In her time as Commissioner, Lijiam has also proposed and passed three separate fees to support equity grants for students.

READ MORE: SIC advocates for equity grants in upcoming referendum

“I’m not going to be here when the money comes in and is dispersed, but it’s good to know, at least for the next three years, that that’s going to be happening,” she said.

As grateful as Lijiam is for the support she’s received in her work, it does often feel slow-moving, which can be discouraging. In these times, she aims to remember that while she may not complete the work crucial to making Queen’s a more inclusive place, it’s just as important that she starts it.

“I know there are going to be people taking the torch after me and that, while I’m not finishing things, I might be starting them and we all play an important part in that process.”


Beyond the SIC, Lijiam has worked with Ontario Public Interest Research Group (OPIRG) Kingston, Queen’s Black Academic Society, the African & Caribbean Students Association, as well as with the Arts & Science Undergraduate Society (ASUS) as Director of Student Affairs.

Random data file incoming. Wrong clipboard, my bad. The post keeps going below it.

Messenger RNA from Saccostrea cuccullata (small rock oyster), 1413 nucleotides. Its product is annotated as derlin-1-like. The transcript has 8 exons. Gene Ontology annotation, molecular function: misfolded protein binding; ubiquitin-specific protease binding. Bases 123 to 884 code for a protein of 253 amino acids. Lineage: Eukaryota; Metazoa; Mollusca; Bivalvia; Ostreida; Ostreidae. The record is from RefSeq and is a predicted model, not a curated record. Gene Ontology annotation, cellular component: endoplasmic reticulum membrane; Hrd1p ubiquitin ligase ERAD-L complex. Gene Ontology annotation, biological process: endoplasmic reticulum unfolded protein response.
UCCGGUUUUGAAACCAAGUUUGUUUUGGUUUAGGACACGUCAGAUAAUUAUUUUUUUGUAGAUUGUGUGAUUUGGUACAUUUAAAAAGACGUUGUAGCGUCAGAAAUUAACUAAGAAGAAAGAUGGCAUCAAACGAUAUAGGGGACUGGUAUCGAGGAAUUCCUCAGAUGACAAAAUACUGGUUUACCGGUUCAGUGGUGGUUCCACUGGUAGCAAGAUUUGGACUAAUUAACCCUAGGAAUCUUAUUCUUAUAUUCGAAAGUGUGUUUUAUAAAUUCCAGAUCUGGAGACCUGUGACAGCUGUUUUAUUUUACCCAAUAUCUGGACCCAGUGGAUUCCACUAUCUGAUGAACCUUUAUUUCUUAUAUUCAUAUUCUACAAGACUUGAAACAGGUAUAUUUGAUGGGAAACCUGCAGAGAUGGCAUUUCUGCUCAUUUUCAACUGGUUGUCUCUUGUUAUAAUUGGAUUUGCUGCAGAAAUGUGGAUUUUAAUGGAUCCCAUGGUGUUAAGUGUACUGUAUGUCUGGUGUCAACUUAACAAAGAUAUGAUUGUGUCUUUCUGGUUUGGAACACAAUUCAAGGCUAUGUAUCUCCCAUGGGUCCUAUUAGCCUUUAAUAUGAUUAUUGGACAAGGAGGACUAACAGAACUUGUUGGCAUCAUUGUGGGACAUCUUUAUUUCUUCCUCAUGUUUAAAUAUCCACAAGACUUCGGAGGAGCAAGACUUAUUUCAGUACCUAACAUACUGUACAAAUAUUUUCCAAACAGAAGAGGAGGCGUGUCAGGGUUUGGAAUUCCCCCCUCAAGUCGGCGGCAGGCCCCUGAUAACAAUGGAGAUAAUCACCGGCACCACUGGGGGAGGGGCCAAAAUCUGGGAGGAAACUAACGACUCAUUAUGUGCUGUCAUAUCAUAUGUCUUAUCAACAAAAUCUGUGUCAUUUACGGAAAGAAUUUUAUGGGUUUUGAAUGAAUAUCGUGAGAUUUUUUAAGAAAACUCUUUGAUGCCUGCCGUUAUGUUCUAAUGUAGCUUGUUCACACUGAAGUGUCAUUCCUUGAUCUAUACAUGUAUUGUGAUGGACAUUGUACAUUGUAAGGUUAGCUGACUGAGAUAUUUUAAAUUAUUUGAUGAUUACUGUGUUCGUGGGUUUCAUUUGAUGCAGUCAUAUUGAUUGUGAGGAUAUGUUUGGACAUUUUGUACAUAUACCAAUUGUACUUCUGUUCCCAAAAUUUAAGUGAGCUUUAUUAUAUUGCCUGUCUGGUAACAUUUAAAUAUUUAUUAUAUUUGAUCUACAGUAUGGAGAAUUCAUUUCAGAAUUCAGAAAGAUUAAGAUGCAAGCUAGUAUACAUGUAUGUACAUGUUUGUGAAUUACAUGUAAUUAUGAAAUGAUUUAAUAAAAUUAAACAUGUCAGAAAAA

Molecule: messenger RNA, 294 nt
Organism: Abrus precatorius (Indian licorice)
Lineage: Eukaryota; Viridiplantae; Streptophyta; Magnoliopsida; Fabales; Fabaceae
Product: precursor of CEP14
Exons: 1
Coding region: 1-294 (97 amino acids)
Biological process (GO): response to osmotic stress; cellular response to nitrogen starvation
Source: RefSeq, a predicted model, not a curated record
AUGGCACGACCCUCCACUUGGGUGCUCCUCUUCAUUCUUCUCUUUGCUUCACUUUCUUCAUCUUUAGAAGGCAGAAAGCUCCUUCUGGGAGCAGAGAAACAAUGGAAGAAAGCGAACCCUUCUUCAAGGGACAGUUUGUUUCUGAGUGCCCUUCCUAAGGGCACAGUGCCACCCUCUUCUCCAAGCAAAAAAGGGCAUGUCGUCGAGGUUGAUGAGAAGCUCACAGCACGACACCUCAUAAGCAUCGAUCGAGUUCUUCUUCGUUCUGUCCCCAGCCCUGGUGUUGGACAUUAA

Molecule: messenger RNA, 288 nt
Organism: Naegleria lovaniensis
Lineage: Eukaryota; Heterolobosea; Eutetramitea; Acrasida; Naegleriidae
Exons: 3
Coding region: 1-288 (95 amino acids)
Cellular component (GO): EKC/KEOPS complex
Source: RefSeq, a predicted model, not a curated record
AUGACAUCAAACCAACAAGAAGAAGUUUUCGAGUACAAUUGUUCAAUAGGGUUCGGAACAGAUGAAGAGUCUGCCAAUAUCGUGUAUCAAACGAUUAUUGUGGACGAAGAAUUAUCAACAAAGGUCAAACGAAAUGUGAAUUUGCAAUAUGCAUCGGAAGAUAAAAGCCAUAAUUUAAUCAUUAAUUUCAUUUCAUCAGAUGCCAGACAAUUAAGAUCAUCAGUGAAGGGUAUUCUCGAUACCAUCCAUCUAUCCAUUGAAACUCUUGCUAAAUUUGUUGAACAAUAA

“OPIRG actually taught me everything I know, honestly,” she said.

OPIRG remains one of her favourite groups to this day. Lijiam was an outreach coordinator with the organization in the summer of her first year, where she worked on their People’s History Project—a campaign that recognized the untold stories of student and Kingstonian activists.

Later, with ASUS, Lijiam conducted focus groups and surveys to improve financial accessibility and the experience of ArtSci students of colour before joining the AMS full-time, where she continues that same work on a larger scale.

“Every year, I feel like I’ve approached advocacy differently, and it’s been a journey.”

As one of Queen’s most active student leaders, Lijiam is also aware of the perceptions of organizations like ASUS and the AMS as being racially homogenous. It’s important to her to recognize the validity behind these views, which are based on a history of excluding students of colour from opportunities in student politics, and contribute to changing these organizations—however slowly that change may come.